• Life Cycle Analysis (LCA)

Lifecycle analysis of Jute carrying bag and synthetic polythene/plastic bag enables to measure how much energy and raw materials are used, and how much solid waste, liquid waste and gaseous waste is generated at each stage of the product’s life.

  • Life Cycle of Jute

Following is a lifecycle diagram of Jute products:
clip_image001When discarded, jute totally decomposes putting valuable nutrients back into the soil.

  • clip_image002
  • Life cycle of a plastic bag

 Following is a lifecycle diagram of Plastic products:

clip_image004 In the oceans, plastic bags and other waste kill a million sea birds and 100,000 animals such as whales, dolphins, turtles and seals, each year. Once the animal’s body has rotted, the bag is released back into the sea, to kill again and again.

Only 5% of today’s bag is from recycle sources. Plastic bags have only been around since the Thirties, so no one knows how long they last. But scientists estimate they take 400 to 1,000 years to vanish.

  •  Some facts about Plastic bags:
  • Polypropylene is a form of plastic.
  • Bags are not biodegradable or compostable.
  • Polypropylene is a product of the petrochemical industry.
  • Non renewable resource.
  • Their persistence in the environment means that they can entangle and harm marine life and other animals.
  • The amount of petroleum used to make one plastic bag would drive a car about 115 meters. The 6.9 billion plastic checkout bags we use every year is enough to drive a car 800 million kilometers or nearly 20,000 times around the world .
  • Plastic bags are not free to consumers – they are actually adding an estimated $173 million a year to Australia’s grocery bills.
  • In the marine environment plastic bag litter is lethal, killing at least 100,000 birds, whales, seals and turtles every year.

Plastic Bags are slow to decompose and cause untold harm to wild-life.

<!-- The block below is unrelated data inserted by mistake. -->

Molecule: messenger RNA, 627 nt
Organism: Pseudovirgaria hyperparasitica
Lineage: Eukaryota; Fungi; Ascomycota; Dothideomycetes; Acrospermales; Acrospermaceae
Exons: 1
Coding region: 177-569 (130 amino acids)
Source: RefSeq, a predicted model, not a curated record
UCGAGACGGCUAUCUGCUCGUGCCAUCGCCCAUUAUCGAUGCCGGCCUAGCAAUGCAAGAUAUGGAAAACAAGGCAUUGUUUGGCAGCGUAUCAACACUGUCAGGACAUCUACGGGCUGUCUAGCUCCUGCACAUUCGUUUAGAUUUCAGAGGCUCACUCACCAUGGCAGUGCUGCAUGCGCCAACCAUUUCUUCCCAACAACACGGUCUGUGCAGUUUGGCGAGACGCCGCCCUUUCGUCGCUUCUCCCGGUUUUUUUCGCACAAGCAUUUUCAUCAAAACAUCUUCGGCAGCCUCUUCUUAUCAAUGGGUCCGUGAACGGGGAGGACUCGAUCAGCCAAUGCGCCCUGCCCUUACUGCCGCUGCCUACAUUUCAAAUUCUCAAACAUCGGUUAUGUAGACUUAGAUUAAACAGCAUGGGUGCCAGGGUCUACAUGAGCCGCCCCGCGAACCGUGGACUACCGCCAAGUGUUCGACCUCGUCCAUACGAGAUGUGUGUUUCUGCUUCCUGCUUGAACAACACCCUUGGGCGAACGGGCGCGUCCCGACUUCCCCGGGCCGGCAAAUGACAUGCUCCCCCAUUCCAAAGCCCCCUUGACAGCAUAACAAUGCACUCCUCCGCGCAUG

• Reusable & Biodegradable plastic bags

According to statistics the global consumption of plastic bags is between 500 billion to a trillion annually or a million bags every minute. This huge consumption of plastic bags creates an enormous environmental problem. There are two ways of addressing this environmental problem. Firstly, if we can utilize reusable bags which have a long life span and therefore can be repeatedly reused consumption will be proportionately decreased as compared to the use of single use plastic bags. The second alternative is to use compostable or biodegradable bags.

Only one in every 200 is recycled; the other 199 take up to 1,000 years to degrade. The major number of plastic  bags remain un recycled and contributing pollution to our environment. Again, the recycling process emits many toxic gases include CO2.

As an alternative to the reusable bags many companies supply shopping bags made from biodegradable plastics, bioplastics or corn starch based plastics which conform to current standards for compostability or biodegradability. While these bags may compost rapidly under certain environmental conditions, unsuitable conditions will result in more prolonged breakdown and more environmental accumulation of these bags. The anaerobic conditions existing in landfills also do not favor the breakdown of these bags. Additionally, the accumulation of biodegradable bags in litter streams will prevent recycling of other plastics with which they are mixed. There is lot of controversies regarding the efficiency of degradation of biodegradable plastic bags. “Biodegradable plastic bags” contains ingredient that means they self-destruct after a few months, breaking up into tiny pieces made of simple molecules that bugs and fungi can happily munch up. But European Plastics Recyclers Association warned that they “have the potential to do more harm to the environment than good.”

Technically it is “oxo-degradable” plastics. These are plastics made to degrade in the presence of oxygen and sunlight, thanks to the addition of tiny amounts of metals like cobalt, iron or manganese. But whether it actually happens seems to depend a lot on where the “biodegradable” plastic ends up. If it gets buried in a landfill it probably won’t degrade at all because there is no light or oxygen. Studies of one brand in the US, commissioned by the Biodegradable Products Institute, found that breakdown is very dependent on temperature and humidity. It goes slow in cold weather. And high humidity virtually stops the process, making long, wet winters sound like bad news. You might think a compost heap full of biodegrading bugs would be ideal. But a recent Swedish study found that polyethylene containing manganese additive stops breaking down when put in compost, probably due to the influence of ammonia or other gases generated by microorganisms in the compost.